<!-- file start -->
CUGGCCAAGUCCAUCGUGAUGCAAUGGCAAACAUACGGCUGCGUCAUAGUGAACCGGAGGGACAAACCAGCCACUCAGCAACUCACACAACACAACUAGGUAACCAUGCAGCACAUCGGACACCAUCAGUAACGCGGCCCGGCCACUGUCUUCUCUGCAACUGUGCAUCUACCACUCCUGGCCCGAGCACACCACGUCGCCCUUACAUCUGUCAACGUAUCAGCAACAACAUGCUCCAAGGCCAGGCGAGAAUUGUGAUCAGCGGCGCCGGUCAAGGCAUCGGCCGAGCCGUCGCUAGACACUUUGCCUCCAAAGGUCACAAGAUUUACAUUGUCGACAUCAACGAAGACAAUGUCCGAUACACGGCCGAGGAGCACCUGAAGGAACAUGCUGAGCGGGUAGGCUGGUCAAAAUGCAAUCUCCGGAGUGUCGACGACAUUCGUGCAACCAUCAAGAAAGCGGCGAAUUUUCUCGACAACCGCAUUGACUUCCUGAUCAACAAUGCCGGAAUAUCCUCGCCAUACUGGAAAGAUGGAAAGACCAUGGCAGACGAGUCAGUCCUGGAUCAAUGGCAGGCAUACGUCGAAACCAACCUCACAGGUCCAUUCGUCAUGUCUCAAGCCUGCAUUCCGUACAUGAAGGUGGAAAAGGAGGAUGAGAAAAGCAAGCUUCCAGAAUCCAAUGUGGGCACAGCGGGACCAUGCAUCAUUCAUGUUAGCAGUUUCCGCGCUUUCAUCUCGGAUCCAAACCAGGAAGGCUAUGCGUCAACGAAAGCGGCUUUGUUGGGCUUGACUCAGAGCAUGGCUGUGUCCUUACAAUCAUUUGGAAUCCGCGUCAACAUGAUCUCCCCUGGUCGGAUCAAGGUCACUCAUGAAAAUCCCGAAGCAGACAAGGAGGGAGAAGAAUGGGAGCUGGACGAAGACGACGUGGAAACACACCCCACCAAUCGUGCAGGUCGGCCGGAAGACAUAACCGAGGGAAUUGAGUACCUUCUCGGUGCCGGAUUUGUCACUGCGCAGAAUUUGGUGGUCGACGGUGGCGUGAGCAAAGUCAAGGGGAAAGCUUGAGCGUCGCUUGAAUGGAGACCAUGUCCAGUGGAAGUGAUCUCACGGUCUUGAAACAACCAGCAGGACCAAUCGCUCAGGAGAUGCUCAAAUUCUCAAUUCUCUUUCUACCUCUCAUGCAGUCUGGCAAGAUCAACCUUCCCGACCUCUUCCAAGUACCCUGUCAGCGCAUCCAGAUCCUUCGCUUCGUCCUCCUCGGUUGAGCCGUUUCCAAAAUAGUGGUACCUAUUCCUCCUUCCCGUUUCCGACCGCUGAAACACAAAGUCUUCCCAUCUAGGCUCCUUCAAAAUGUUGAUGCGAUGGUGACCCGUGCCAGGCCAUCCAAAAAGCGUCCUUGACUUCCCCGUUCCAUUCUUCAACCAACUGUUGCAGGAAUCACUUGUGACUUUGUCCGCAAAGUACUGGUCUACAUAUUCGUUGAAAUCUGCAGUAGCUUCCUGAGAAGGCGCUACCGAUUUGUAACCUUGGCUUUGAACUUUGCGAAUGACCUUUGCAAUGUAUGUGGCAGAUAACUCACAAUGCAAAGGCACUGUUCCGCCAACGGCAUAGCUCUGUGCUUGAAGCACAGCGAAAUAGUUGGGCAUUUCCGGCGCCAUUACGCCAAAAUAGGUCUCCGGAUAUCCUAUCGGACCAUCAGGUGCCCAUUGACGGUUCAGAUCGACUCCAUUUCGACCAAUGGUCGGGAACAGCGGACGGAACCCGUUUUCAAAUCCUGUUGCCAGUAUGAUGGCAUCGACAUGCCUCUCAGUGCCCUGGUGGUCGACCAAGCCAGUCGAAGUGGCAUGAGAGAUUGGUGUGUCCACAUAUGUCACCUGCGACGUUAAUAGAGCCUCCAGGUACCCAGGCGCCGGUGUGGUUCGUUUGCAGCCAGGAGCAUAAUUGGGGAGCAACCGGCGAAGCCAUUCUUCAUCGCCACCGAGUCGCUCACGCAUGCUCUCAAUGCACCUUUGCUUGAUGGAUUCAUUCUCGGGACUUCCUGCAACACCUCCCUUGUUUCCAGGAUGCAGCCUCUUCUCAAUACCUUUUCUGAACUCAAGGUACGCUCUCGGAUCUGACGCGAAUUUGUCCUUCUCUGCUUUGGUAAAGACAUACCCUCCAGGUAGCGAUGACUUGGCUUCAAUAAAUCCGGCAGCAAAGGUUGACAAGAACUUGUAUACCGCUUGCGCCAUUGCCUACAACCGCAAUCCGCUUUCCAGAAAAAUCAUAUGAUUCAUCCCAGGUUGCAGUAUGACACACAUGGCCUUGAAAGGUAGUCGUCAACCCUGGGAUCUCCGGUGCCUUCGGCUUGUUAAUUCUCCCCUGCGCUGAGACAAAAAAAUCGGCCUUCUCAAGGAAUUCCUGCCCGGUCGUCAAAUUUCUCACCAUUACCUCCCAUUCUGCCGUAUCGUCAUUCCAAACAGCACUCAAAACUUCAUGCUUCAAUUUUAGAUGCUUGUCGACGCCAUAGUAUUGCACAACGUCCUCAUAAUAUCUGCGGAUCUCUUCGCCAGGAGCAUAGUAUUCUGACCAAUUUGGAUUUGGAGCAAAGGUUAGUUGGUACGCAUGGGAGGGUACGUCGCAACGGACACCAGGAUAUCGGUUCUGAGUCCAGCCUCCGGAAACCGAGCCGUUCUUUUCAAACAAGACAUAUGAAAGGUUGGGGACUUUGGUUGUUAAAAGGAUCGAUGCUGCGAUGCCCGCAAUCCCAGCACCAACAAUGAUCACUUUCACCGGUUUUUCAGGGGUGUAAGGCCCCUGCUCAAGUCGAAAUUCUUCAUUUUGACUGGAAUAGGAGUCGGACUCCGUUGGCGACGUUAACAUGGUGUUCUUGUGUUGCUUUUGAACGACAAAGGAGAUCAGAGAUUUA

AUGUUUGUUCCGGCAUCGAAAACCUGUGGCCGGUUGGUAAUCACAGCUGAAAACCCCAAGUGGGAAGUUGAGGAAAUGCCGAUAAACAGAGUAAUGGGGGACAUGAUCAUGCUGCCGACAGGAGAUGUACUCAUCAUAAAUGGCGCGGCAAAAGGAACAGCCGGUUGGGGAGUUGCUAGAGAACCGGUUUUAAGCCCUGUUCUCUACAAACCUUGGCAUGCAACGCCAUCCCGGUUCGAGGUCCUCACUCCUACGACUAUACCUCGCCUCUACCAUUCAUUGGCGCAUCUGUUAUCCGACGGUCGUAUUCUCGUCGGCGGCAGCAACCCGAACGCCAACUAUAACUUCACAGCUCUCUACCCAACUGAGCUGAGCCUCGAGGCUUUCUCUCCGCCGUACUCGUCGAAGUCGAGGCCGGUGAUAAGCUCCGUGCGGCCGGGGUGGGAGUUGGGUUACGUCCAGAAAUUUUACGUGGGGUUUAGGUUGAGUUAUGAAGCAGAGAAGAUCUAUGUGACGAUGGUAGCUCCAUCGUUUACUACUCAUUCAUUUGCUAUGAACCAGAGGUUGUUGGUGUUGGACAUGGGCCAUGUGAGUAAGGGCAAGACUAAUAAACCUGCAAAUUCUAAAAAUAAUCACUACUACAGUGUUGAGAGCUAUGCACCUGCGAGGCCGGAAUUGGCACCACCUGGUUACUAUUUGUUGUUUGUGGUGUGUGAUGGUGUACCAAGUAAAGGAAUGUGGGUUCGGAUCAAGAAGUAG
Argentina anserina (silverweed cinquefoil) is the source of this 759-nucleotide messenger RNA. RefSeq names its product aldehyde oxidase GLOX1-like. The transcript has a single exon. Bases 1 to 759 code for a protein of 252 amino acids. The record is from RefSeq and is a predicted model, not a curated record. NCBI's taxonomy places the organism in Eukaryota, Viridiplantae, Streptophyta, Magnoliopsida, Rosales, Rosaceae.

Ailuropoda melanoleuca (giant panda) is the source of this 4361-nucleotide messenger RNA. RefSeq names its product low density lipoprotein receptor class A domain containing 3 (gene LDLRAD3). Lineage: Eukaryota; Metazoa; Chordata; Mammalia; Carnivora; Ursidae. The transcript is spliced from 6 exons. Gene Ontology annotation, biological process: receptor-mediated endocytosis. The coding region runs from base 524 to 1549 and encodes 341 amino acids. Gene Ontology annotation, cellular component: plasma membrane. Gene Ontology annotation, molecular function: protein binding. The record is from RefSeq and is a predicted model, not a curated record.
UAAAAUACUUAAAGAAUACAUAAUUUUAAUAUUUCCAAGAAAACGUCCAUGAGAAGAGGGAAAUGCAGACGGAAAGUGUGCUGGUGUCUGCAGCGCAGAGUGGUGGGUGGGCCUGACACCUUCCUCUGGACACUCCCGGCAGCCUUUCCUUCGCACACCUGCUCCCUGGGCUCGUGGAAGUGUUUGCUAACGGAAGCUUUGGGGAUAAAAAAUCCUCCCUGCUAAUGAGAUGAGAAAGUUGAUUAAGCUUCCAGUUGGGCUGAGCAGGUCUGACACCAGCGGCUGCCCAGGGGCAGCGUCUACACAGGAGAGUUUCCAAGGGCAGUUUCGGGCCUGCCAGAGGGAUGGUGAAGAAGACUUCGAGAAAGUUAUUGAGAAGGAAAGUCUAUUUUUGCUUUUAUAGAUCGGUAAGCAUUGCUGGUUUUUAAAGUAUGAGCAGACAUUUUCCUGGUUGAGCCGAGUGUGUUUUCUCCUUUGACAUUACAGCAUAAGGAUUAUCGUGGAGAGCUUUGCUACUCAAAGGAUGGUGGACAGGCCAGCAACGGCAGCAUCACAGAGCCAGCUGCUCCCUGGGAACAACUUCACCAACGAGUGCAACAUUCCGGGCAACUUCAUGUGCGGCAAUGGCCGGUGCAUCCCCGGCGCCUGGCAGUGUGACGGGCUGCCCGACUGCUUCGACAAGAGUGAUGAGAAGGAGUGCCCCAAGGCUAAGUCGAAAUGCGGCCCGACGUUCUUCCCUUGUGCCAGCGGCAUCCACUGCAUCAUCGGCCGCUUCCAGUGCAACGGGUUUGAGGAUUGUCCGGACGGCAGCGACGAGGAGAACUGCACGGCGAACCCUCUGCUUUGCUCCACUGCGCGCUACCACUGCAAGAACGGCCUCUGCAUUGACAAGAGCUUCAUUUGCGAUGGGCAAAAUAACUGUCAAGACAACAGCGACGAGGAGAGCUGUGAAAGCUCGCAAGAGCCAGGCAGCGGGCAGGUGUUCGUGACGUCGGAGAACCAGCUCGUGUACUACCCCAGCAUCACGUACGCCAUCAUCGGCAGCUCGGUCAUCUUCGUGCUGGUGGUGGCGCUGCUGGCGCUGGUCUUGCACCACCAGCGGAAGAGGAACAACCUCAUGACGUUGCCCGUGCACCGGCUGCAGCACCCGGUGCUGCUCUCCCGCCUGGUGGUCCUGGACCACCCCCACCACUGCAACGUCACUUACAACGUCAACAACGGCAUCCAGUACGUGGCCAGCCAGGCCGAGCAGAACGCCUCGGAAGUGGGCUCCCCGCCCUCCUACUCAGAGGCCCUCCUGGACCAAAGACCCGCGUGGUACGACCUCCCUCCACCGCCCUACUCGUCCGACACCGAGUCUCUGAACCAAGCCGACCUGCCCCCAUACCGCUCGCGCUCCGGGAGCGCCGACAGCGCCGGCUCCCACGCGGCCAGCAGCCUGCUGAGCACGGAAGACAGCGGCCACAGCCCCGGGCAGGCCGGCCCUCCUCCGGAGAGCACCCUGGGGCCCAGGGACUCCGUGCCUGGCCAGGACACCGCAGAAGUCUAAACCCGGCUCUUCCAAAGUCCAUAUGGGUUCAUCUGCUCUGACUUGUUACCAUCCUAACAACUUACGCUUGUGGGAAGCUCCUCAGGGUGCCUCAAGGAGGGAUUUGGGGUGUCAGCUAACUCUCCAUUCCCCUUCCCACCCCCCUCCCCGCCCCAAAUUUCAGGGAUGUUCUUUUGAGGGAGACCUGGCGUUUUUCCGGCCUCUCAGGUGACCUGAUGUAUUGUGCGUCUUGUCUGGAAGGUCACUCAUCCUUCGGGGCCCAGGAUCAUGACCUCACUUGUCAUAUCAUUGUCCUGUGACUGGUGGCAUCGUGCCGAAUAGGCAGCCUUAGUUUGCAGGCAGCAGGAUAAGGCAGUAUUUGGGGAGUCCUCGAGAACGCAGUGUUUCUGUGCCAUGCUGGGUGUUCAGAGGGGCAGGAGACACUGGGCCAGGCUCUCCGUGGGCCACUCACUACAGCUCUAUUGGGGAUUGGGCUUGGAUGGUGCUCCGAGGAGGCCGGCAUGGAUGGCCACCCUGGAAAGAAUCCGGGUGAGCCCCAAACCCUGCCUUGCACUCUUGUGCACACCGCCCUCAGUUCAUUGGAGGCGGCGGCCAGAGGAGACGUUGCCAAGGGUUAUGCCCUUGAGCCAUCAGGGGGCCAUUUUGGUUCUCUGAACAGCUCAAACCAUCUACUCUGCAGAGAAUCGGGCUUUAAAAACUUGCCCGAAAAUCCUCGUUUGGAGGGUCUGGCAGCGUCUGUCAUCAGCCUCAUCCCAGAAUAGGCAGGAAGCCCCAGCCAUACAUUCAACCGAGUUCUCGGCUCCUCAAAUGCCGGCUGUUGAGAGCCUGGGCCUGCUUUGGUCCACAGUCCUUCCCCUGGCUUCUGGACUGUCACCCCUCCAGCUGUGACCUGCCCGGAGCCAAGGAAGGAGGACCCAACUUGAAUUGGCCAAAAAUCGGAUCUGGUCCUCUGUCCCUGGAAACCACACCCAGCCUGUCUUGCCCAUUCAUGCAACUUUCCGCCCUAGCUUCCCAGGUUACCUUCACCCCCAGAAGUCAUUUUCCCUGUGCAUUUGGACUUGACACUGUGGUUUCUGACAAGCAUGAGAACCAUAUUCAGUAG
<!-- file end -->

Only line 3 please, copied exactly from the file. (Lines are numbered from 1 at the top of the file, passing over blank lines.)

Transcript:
Argentina anserina (silverweed cinquefoil) is the source of this 759-nucleotide messenger RNA. RefSeq names its product aldehyde oxidase GLOX1-like. The transcript has a single exon. Bases 1 to 759 code for a protein of 252 amino acids. The record is from RefSeq and is a predicted model, not a curated record. NCBI's taxonomy places the organism in Eukaryota, Viridiplantae, Streptophyta, Magnoliopsida, Rosales, Rosaceae.